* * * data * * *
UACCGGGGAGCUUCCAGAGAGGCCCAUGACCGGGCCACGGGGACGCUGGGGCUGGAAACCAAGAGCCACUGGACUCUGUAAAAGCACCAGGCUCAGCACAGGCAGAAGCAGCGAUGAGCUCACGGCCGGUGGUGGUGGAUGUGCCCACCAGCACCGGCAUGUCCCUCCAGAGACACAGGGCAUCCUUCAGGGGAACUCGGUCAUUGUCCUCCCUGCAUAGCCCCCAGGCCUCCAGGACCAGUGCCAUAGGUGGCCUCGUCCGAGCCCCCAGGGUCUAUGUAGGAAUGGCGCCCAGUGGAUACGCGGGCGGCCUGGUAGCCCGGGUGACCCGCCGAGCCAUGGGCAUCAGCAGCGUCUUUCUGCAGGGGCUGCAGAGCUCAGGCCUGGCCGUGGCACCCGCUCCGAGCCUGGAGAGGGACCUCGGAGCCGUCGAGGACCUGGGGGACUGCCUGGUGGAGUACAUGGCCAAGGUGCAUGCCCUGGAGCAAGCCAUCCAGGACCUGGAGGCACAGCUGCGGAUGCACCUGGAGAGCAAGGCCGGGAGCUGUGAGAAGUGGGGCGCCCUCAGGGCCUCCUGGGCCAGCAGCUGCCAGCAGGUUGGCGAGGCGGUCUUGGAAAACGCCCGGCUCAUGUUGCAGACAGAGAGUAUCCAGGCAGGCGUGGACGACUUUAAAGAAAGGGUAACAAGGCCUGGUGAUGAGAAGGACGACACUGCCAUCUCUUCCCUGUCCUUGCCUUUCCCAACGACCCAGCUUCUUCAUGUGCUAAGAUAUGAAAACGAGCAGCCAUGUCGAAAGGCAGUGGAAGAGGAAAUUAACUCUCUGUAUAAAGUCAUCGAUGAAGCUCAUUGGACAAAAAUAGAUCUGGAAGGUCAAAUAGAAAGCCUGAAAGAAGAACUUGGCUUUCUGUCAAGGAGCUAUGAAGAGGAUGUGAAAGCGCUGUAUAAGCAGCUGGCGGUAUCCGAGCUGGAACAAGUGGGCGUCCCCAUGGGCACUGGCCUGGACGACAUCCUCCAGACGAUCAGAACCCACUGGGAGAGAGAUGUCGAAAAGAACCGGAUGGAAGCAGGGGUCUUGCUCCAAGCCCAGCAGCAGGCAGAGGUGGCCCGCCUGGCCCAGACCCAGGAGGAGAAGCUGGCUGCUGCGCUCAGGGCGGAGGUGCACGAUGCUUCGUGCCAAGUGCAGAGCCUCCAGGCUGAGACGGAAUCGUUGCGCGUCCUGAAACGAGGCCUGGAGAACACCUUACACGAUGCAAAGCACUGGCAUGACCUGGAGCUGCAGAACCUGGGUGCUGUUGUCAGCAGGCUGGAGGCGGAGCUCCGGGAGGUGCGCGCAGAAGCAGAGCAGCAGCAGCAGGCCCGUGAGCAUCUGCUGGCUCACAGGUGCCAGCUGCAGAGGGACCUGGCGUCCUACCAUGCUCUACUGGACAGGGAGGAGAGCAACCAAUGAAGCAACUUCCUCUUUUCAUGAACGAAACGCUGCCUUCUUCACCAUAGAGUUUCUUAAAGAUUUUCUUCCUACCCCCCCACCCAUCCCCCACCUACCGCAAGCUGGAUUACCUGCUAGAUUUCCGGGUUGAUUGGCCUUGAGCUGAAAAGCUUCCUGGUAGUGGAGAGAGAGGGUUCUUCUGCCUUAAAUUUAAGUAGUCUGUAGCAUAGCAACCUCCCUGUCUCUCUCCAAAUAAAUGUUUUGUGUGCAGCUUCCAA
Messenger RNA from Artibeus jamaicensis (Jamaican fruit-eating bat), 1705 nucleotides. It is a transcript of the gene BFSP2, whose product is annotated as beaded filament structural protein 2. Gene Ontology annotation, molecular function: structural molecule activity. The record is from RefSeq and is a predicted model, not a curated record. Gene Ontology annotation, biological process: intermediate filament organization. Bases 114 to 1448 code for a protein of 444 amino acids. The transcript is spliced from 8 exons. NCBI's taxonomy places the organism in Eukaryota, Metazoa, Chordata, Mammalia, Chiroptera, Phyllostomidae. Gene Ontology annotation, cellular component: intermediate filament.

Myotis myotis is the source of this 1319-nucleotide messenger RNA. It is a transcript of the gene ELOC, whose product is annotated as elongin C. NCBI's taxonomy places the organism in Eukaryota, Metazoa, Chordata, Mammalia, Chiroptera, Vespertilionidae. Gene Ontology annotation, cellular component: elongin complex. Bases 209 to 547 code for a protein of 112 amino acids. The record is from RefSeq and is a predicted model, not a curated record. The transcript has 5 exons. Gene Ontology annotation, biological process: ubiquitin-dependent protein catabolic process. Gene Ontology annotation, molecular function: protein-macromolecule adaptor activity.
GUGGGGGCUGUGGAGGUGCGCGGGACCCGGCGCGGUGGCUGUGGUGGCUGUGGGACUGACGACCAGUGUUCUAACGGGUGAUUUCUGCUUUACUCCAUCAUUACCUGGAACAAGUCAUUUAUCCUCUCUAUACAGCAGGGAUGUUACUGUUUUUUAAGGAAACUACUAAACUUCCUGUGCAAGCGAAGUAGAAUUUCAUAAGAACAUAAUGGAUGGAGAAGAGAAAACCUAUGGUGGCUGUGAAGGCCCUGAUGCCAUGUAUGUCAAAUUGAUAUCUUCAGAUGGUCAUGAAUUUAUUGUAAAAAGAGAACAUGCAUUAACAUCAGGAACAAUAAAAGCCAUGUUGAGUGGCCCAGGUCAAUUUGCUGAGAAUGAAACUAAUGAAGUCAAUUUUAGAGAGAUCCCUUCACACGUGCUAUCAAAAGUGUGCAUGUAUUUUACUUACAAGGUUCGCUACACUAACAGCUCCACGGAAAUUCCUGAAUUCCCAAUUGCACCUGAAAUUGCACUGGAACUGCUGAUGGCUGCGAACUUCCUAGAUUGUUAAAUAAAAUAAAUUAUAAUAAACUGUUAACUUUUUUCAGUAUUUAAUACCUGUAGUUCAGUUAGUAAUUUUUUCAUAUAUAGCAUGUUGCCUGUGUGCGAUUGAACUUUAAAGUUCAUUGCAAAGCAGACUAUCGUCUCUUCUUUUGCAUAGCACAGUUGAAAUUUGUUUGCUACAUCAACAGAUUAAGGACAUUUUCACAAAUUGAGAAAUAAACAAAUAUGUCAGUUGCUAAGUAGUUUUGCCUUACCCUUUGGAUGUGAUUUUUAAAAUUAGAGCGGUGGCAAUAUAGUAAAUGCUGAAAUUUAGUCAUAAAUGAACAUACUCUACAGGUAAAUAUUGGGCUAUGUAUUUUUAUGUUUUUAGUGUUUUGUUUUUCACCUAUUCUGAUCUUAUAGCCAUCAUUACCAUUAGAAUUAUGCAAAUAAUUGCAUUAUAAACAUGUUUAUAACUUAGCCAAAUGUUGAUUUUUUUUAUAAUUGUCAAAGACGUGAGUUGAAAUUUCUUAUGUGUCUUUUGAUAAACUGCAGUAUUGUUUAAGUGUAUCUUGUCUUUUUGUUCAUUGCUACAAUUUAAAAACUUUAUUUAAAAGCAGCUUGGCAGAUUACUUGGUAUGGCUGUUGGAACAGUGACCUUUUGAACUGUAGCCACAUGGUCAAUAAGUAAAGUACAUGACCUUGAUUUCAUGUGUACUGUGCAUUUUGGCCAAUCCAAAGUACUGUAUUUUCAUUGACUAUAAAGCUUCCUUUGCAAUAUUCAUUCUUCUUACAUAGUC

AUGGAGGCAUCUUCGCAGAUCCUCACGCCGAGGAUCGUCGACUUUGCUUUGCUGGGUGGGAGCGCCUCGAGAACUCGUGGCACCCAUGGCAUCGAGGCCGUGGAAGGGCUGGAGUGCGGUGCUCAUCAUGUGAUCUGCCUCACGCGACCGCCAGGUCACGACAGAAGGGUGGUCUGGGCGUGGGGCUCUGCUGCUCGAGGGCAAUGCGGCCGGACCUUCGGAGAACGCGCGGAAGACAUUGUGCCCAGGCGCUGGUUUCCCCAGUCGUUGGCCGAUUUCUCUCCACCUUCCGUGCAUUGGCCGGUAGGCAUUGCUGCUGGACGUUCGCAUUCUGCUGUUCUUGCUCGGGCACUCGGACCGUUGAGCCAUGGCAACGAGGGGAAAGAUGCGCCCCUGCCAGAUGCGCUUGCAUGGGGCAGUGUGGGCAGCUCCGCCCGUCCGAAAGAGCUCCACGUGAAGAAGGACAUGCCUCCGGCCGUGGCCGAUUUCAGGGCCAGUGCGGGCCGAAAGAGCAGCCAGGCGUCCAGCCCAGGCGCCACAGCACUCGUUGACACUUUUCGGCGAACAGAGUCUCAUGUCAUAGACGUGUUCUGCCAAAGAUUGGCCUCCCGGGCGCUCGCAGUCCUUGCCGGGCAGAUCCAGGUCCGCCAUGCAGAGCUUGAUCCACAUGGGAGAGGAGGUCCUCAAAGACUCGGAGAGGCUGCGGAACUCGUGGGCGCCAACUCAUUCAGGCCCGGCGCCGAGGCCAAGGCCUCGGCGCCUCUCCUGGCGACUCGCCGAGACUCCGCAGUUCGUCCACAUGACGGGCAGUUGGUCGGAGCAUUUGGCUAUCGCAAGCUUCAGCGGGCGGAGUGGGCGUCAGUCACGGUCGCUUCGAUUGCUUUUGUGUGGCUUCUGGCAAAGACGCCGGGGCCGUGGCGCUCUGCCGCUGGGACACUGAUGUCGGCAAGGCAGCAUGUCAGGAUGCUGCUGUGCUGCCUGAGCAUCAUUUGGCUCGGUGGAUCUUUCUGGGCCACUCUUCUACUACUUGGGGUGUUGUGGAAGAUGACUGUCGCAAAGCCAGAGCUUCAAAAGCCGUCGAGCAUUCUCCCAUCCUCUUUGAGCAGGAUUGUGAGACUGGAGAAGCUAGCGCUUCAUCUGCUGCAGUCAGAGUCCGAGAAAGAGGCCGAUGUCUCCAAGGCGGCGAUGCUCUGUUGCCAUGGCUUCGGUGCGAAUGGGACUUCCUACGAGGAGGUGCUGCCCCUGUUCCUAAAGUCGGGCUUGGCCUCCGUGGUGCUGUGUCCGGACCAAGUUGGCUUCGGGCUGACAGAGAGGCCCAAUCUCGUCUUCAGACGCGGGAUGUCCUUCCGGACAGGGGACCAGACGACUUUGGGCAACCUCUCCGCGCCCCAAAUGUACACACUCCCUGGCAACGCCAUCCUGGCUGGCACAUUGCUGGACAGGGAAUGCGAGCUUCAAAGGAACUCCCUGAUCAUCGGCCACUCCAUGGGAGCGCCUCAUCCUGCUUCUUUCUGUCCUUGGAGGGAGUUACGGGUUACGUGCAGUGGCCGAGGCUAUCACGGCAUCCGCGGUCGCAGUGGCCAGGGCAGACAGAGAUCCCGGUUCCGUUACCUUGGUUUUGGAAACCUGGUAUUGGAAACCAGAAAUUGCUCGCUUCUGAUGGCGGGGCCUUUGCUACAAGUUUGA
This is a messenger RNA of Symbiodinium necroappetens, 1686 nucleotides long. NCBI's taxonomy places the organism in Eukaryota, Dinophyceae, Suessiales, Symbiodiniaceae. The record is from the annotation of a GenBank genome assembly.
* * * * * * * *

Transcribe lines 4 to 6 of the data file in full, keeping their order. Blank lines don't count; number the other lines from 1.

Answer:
GUGGGGGCUGUGGAGGUGCGCGGGACCCGGCGCGGUGGCUGUGGUGGCUGUGGGACUGACGACCAGUGUUCUAACGGGUGAUUUCUGCUUUACUCCAUCAUUACCUGGAACAAGUCAUUUAUCCUCUCUAUACAGCAGGGAUGUUACUGUUUUUUAAGGAAACUACUAAACUUCCUGUGCAAGCGAAGUAGAAUUUCAUAAGAACAUAAUGGAUGGAGAAGAGAAAACCUAUGGUGGCUGUGAAGGCCCUGAUGCCAUGUAUGUCAAAUUGAUAUCUUCAGAUGGUCAUGAAUUUAUUGUAAAAAGAGAACAUGCAUUAACAUCAGGAACAAUAAAAGCCAUGUUGAGUGGCCCAGGUCAAUUUGCUGAGAAUGAAACUAAUGAAGUCAAUUUUAGAGAGAUCCCUUCACACGUGCUAUCAAAAGUGUGCAUGUAUUUUACUUACAAGGUUCGCUACACUAACAGCUCCACGGAAAUUCCUGAAUUCCCAAUUGCACCUGAAAUUGCACUGGAACUGCUGAUGGCUGCGAACUUCCUAGAUUGUUAAAUAAAAUAAAUUAUAAUAAACUGUUAACUUUUUUCAGUAUUUAAUACCUGUAGUUCAGUUAGUAAUUUUUUCAUAUAUAGCAUGUUGCCUGUGUGCGAUUGAACUUUAAAGUUCAUUGCAAAGCAGACUAUCGUCUCUUCUUUUGCAUAGCACAGUUGAAAUUUGUUUGCUACAUCAACAGAUUAAGGACAUUUUCACAAAUUGAGAAAUAAACAAAUAUGUCAGUUGCUAAGUAGUUUUGCCUUACCCUUUGGAUGUGAUUUUUAAAAUUAGAGCGGUGGCAAUAUAGUAAAUGCUGAAAUUUAGUCAUAAAUGAACAUACUCUACAGGUAAAUAUUGGGCUAUGUAUUUUUAUGUUUUUAGUGUUUUGUUUUUCACCUAUUCUGAUCUUAUAGCCAUCAUUACCAUUAGAAUUAUGCAAAUAAUUGCAUUAUAAACAUGUUUAUAACUUAGCCAAAUGUUGAUUUUUUUUAUAAUUGUCAAAGACGUGAGUUGAAAUUUCUUAUGUGUCUUUUGAUAAACUGCAGUAUUGUUUAAGUGUAUCUUGUCUUUUUGUUCAUUGCUACAAUUUAAAAACUUUAUUUAAAAGCAGCUUGGCAGAUUACUUGGUAUGGCUGUUGGAACAGUGACCUUUUGAACUGUAGCCACAUGGUCAAUAAGUAAAGUACAUGACCUUGAUUUCAUGUGUACUGUGCAUUUUGGCCAAUCCAAAGUACUGUAUUUUCAUUGACUAUAAAGCUUCCUUUGCAAUAUUCAUUCUUCUUACAUAGUC

AUGGAGGCAUCUUCGCAGAUCCUCACGCCGAGGAUCGUCGACUUUGCUUUGCUGGGUGGGAGCGCCUCGAGAACUCGUGGCACCCAUGGCAUCGAGGCCGUGGAAGGGCUGGAGUGCGGUGCUCAUCAUGUGAUCUGCCUCACGCGACCGCCAGGUCACGACAGAAGGGUGGUCUGGGCGUGGGGCUCUGCUGCUCGAGGGCAAUGCGGCCGGACCUUCGGAGAACGCGCGGAAGACAUUGUGCCCAGGCGCUGGUUUCCCCAGUCGUUGGCCGAUUUCUCUCCACCUUCCGUGCAUUGGCCGGUAGGCAUUGCUGCUGGACGUUCGCAUUCUGCUGUUCUUGCUCGGGCACUCGGACCGUUGAGCCAUGGCAACGAGGGGAAAGAUGCGCCCCUGCCAGAUGCGCUUGCAUGGGGCAGUGUGGGCAGCUCCGCCCGUCCGAAAGAGCUCCACGUGAAGAAGGACAUGCCUCCGGCCGUGGCCGAUUUCAGGGCCAGUGCGGGCCGAAAGAGCAGCCAGGCGUCCAGCCCAGGCGCCACAGCACUCGUUGACACUUUUCGGCGAACAGAGUCUCAUGUCAUAGACGUGUUCUGCCAAAGAUUGGCCUCCCGGGCGCUCGCAGUCCUUGCCGGGCAGAUCCAGGUCCGCCAUGCAGAGCUUGAUCCACAUGGGAGAGGAGGUCCUCAAAGACUCGGAGAGGCUGCGGAACUCGUGGGCGCCAACUCAUUCAGGCCCGGCGCCGAGGCCAAGGCCUCGGCGCCUCUCCUGGCGACUCGCCGAGACUCCGCAGUUCGUCCACAUGACGGGCAGUUGGUCGGAGCAUUUGGCUAUCGCAAGCUUCAGCGGGCGGAGUGGGCGUCAGUCACGGUCGCUUCGAUUGCUUUUGUGUGGCUUCUGGCAAAGACGCCGGGGCCGUGGCGCUCUGCCGCUGGGACACUGAUGUCGGCAAGGCAGCAUGUCAGGAUGCUGCUGUGCUGCCUGAGCAUCAUUUGGCUCGGUGGAUCUUUCUGGGCCACUCUUCUACUACUUGGGGUGUUGUGGAAGAUGACUGUCGCAAAGCCAGAGCUUCAAAAGCCGUCGAGCAUUCUCCCAUCCUCUUUGAGCAGGAUUGUGAGACUGGAGAAGCUAGCGCUUCAUCUGCUGCAGUCAGAGUCCGAGAAAGAGGCCGAUGUCUCCAAGGCGGCGAUGCUCUGUUGCCAUGGCUUCGGUGCGAAUGGGACUUCCUACGAGGAGGUGCUGCCCCUGUUCCUAAAGUCGGGCUUGGCCUCCGUGGUGCUGUGUCCGGACCAAGUUGGCUUCGGGCUGACAGAGAGGCCCAAUCUCGUCUUCAGACGCGGGAUGUCCUUCCGGACAGGGGACCAGACGACUUUGGGCAACCUCUCCGCGCCCCAAAUGUACACACUCCCUGGCAACGCCAUCCUGGCUGGCACAUUGCUGGACAGGGAAUGCGAGCUUCAAAGGAACUCCCUGAUCAUCGGCCACUCCAUGGGAGCGCCUCAUCCUGCUUCUUUCUGUCCUUGGAGGGAGUUACGGGUUACGUGCAGUGGCCGAGGCUAUCACGGCAUCCGCGGUCGCAGUGGCCAGGGCAGACAGAGAUCCCGGUUCCGUUACCUUGGUUUUGGAAACCUGGUAUUGGAAACCAGAAAUUGCUCGCUUCUGAUGGCGGGGCCUUUGCUACAAGUUUGA
This is a messenger RNA of Symbiodinium necroappetens, 1686 nucleotides long. NCBI's taxonomy places the organism in Eukaryota, Dinophyceae, Suessiales, Symbiodiniaceae. The record is from the annotation of a GenBank genome assembly.